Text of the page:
The unconscious being a natural science moral order phenomenon may be portrayed graphically. Think of the configuration of the sperm and you got the unconscious on the search for moral order. It has a process like a tail propelling it forward, the sine role process. It has a moral compass consisting of directional vectors within a set of circles pointing to the four ways of resolving. Can you portray the canvases of a sequence graphically and their way of resolving by using this type of graphic representation?
QUESTIONS TO GUIDE YOU THROUGH THE MUSEUM’S SCULPTURAL TRAIL:
Can we study our personal creativity for self-discovery and cultural creativity for clarity of religions as alternative ways of resolving conflicts?
Can we apply these distinctions in diagnosing the relational modalities to the four characters of the Wizard of Oz story? Which are the relational diagnoses of the Scarecrow and for the Cowardly Lion?
Are religious stories, creativity in general, natural science measurable phenomena?
Religions are founded on dogma. The Formal Theory suggests that they are psychological natural science conflict resolving phenomena rather than metaphysical revelations.
Can we measure our religions by examining how their stories resolve conflicts?
Can we examine stories of religions and measure their ways of resolving conflicts?
Have religions evolved resolving conflicts and improving the family institution?
At the Museum of the Creative Process at the Wilburton Inn we have a ‘Sculptural Trail in the History of Love’, presenting how religions evolved resolving the conflicts of the family institution as discoveries of the scientific principles of conflict resolution.
Matriarchy began the family institution with women in charge but with mothers in conflict with their daughters. Matriarchy evolved to Patriarchy with men identifying power, mastery, over women. Here fathers were in conflict with their sons. Patriarchy evolved to Asceticism with the discovery of cooperation and powerlessness by being willing to submit. Monotheism evolved with the discovery of mutual respect between father and son. Moral Monopoly is a game that integrates stories of religions as complimentary discoveries of the conflict resolution process improving the family and coming close to the abstractions of a science?
Can the Moral Science complete the quest of religions for peace in the world by evolving consensus, through furthering abstraction in the nature of the scientific process underlying all creativity? The Conflict Analysis Battery identified creativity stories reflecting each of the emotions. Completing the tasks about ourselves, we discover how we resolve conflicts.
Online Power Management Training
The Conflict Analysis Battery is an interactive learning program unlike any other psychological test or intervention. It is based on the scientific evaluation of the unconscious as a measurable mechanism, connecting emotions and behaviors into a conflict resolution pattern. It is didactic, diagnostic and therapeutic, valid and reliable, yet responsive, humanistic, and meaningful. Completing the program is both an intellectual and an emotional experience. It is a concise, personalized program of emotional education that may be used both as a routine self-evaluation and in the context of training or therapy. Our vision is that it become the standard psychological evaluation, but also that it be used within the classroom, the boardroom, and the prison, allowing personal growth with minimal need for professional services. Click here to read more about the Museum's online training program.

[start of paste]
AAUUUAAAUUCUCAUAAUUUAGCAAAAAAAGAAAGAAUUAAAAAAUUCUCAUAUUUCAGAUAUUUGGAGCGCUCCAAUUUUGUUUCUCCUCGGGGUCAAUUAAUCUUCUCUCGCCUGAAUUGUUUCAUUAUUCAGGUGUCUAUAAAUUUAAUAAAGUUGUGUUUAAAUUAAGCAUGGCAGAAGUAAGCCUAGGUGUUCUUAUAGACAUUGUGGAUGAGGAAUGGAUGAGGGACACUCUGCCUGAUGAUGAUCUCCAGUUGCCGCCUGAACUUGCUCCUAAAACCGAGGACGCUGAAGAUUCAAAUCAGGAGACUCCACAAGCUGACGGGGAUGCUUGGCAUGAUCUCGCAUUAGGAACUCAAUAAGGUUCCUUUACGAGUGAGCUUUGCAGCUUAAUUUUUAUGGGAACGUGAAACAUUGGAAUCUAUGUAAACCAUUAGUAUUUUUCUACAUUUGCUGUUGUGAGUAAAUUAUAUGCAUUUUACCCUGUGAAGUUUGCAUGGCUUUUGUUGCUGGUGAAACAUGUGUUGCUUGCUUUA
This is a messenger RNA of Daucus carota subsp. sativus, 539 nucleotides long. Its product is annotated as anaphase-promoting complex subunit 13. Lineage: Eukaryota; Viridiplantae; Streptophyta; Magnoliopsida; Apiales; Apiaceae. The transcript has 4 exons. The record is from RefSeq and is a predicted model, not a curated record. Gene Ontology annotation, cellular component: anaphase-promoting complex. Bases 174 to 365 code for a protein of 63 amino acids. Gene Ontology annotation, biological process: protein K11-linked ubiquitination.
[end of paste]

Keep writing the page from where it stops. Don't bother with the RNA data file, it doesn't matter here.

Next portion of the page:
CREATIVITY AND POWER MANAGEMENT WORKSHOPS
The Museum of the Creative Process, offers a selection of three workshops and training opportunities: Insight in one hour, enlightenment in one day, and wisdom in one week. The Enlightenment Program is a compliment to the experiential programs. It consists of the guided tour of the five art exhibits of the Museum of the Creative Process delivering information on the concepts of the Moral Science in a systematic fashion. The Insight program centers on self-discovery utilizing the Relational Modality Evaluation Scale and the Animal Metaphor Test. The Wisdom program includes all parts of the battery, focusing on their integration and personal relevance. The workshops are recommended for a general audience interested in furthering self-knowledge and for professionals interested in strengthening their skills of understanding behavior and morality. Click here to read more about the Museum's workshops.
Moral Monopoly is an educational card-game introducing the formal analysis of cultural stories as a progression of scientific discoveries improving family relations and the definition of the divine. The game respects the religion as moral monopolies but integrates them as complementary discoveries of the Moral Science. The game utilizes the structure of the deck of cards as a metaphor illustrating the three components of the unconscious: the four suits corresponding to four relational modalities, the cards of each suit reflecting the syndromal six-role process structure of stories, and the signage of the suits, spade to heart, reflecting symbolically incremental effectiveness. Click here to read more about the Moral Monopoly game.